75 years ago in July, 1937, the concentration camp Buchenwald was built near the city of Weimar. The memorial there today draws people from around the world, and its program has seen some shifts in recent years.
Once a favorite area for hiking and vacationing, Buchenwald was transformed in 1937 into a site designed to annihilate people.
Beyond clusters of trees, a valley opens up, dotted today by one or two villages. Back then, the cold and windy north side of the valley was set aside for Buchenwald's prisoners, and the more comfortable climate on the southern side was reserved for the guards and camp directors.
An open secret
"The camp was no secret," noted historian Ronald Hirte during a visit to the grounds. Everyone could have seen Buchenwald from below, he said, because the surrounding forest was not as thick as it is today.
Buchenwald was situated about five kilometers (3 miles) from the city of Weimar. Among local residents, its existence was an uncomfortable fact. The concentration camp was a place of horrors that people in the cultural and political focal point of Weimar wanted to know nothing about.
"But many local companies did very well thanks to the work of the prisoners," Hirte said.
Thousands of people from throughout Europe were deported to the camp beginning in 1937, and they were forced to march from Weimar to Buchenwald. Later the city was connected with the camp by a railway built by the prisoners, who also built a service road still called today by its original name: Blutstraße - literally, Blood Street.
On a now barren and empty spot on the hill, prisoners had to gather each morning and night for a role call that could last hours. A gateway bearing the words "Jedem das Seine" (Translated literally: "To each his own," but figuratively: "Everyone will get what he deserves.") still stands, along with bunkers and the dark and musty rooms in which Nazi guards tortured and murdered the prisoners.
Bringing the present into focus
It is not uncommon for 20 groups of young people to visit the memorial on a given day.
"Interest continues to grow, and so does the number of visitors," said Hirte.
It is now Germany's third and fourth post-war generations that can come to ask questions here and learn what happened. The memorial offers a wide-ranging educational program. But the point is not to moralize and point fingers into the past, said the director of the memorial, Volkhard Knigge: "We want to direct questions of contemporary society toward the past."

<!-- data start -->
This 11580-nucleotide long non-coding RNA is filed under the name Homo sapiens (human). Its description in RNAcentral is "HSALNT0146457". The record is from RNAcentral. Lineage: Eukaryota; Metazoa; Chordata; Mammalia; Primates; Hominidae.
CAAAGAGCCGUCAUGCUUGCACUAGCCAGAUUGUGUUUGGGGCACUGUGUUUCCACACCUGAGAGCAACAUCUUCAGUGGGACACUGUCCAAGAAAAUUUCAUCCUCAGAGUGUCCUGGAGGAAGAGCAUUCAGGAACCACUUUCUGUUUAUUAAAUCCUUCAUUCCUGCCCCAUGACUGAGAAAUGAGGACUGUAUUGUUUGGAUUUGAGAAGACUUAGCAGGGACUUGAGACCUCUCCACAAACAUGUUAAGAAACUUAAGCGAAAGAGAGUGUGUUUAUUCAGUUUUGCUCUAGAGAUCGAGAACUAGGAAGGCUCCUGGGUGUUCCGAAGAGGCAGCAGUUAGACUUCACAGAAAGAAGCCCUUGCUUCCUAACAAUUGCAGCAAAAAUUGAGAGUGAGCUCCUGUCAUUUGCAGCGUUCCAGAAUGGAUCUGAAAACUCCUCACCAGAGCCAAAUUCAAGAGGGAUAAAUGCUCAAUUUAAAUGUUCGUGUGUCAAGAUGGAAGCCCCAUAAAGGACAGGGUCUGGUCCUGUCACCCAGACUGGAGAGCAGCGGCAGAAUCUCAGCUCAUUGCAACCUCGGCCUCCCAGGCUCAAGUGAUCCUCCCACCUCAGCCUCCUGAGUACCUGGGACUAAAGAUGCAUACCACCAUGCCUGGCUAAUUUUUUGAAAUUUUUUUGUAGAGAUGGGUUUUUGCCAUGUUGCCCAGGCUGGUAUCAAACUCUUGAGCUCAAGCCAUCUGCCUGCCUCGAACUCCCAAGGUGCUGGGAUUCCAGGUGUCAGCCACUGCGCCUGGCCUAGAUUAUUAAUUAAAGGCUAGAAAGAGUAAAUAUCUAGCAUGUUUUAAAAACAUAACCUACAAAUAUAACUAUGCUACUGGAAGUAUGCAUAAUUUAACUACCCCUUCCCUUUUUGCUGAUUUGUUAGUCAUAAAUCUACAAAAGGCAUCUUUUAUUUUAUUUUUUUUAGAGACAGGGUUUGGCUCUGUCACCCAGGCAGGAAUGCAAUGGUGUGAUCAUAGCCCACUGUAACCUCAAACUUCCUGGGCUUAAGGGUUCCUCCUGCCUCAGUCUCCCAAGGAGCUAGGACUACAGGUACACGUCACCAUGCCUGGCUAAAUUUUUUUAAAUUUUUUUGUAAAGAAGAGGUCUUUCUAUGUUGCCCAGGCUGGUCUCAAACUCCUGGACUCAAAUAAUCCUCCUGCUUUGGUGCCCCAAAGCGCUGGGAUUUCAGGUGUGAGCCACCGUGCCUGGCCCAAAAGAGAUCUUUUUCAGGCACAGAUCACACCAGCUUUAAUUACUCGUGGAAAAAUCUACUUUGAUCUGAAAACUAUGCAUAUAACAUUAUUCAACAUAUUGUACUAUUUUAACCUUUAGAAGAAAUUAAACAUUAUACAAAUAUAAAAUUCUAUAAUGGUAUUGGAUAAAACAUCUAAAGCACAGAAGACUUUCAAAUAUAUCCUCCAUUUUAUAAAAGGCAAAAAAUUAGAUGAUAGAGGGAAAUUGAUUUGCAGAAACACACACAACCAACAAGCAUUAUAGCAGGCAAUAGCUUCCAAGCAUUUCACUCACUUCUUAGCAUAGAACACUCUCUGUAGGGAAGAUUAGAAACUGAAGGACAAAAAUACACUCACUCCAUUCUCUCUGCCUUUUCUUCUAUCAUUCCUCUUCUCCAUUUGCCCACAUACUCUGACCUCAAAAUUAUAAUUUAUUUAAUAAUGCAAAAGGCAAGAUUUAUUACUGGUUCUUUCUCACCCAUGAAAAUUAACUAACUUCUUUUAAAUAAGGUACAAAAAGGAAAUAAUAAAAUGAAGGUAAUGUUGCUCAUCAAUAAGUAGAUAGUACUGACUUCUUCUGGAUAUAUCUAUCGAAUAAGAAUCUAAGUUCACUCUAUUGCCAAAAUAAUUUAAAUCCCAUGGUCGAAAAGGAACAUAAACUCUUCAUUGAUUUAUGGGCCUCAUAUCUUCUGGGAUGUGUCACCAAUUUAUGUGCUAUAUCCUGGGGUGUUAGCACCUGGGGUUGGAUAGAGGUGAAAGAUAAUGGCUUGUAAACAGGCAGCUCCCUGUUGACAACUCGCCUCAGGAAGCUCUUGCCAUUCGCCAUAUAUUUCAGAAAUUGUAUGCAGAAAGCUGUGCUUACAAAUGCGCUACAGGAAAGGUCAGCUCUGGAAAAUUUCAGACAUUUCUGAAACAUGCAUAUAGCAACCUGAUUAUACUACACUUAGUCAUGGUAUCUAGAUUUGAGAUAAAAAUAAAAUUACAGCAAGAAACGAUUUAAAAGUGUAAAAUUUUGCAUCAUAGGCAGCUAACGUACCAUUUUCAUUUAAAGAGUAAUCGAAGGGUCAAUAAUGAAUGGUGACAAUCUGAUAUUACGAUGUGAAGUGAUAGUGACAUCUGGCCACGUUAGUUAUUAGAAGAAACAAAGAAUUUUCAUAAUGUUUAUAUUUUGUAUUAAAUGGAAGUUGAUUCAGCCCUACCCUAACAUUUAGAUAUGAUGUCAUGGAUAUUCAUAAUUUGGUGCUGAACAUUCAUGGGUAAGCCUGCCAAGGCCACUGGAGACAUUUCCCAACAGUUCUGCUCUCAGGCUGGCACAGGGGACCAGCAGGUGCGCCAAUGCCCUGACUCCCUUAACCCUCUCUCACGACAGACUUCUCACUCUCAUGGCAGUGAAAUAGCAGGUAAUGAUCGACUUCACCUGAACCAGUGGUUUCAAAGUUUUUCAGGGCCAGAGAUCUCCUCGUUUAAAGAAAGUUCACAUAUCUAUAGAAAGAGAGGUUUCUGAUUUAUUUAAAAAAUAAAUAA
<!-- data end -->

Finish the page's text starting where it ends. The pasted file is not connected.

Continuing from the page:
More concretely, that means that issues including human rights violations, persecution, right-wing extremism and nationalism are taken up as contemporary topics against the historical background of the Holocaust.
"Today, that is our central historical, political, and ethical educational task," Knigge said.
During a recent visit, two 14-year-old boys sat in front of a plaque listing the home countries of former prisoners.
"We are here with our school, and our teacher just showed us around. Now we have a couple of assignments to do - for example, finding out where the prisoners were from and how many lived here," one boy explained.
Watching them, it is apparent that this is not just a routine field trip. There is a bit of horsing around when the school groups first arrive, but silence and solemnity are the norm once students pass by the execution chambers and furnaces used to incinerate bodies.
There are also groups from Poland, Russia and the USA in attendance. One American student relates that her grandfather was among those who helped liberate Buchenwald but that he never spoke about the experience.
No "trite effects"
Addressing questions about what should be shown today, how the site should be commentated, what is authentic and credible - and what isn't - forms the core of the work done by the memorial's team. The administration has generally tried to avoid reconstructing what Buchenwald might have been like.
"We don't want to create any trite effects," said Ronald Hirte. "The noisiness and narrowness of this place, how terrible the smell was - we could never convey that to visitors today anyway."
The memorial's head said that Buchenwald has become a model for other countries around the world - in a partnership sense rather than in a presumptuous way.
"Everywhere in the world, in South America, Rwanda, South Africa, Hungary, in the former Yugoslavia, there are people examining and dealing with their history. We support and encourage them in their search for ways to honor and respect victims without concealing the horrors of what happened," he said.
In recent years, other less visible groups have been added to the list of those memorialized. Alongside Jewish victims, politically persecuted individuals of various nationalities, Soviet prisoners of war and Roma and Sinti people, the grounds now also house memorials to German Armed Forces deserters, homosexuals and Jehovah's Witnesses.
The varied exhibitions allow visitors to learn more about Buchenwald, including the fact that it was changed into a Soviet camp just after the war. Just a few traces are left over from this chapter in Buchenwald's history. The camp was used to imprison those whom the Soviets suspected of having supported the Nazi regime. Even when their suspicions proved unfounded, it played no role. Being suspect was enough to justify a multi-year sentence. This part of Buchenwald's history became taboo during the GDR period.
Thousands of people who died of hunger and disease between 1945 and 1950 lie today in mass graves that have been converted into cemetaries. Buchenwald has become a double memorial.
Author: Cornelia Rabitz / gsw
Editor: Gabriel Borrud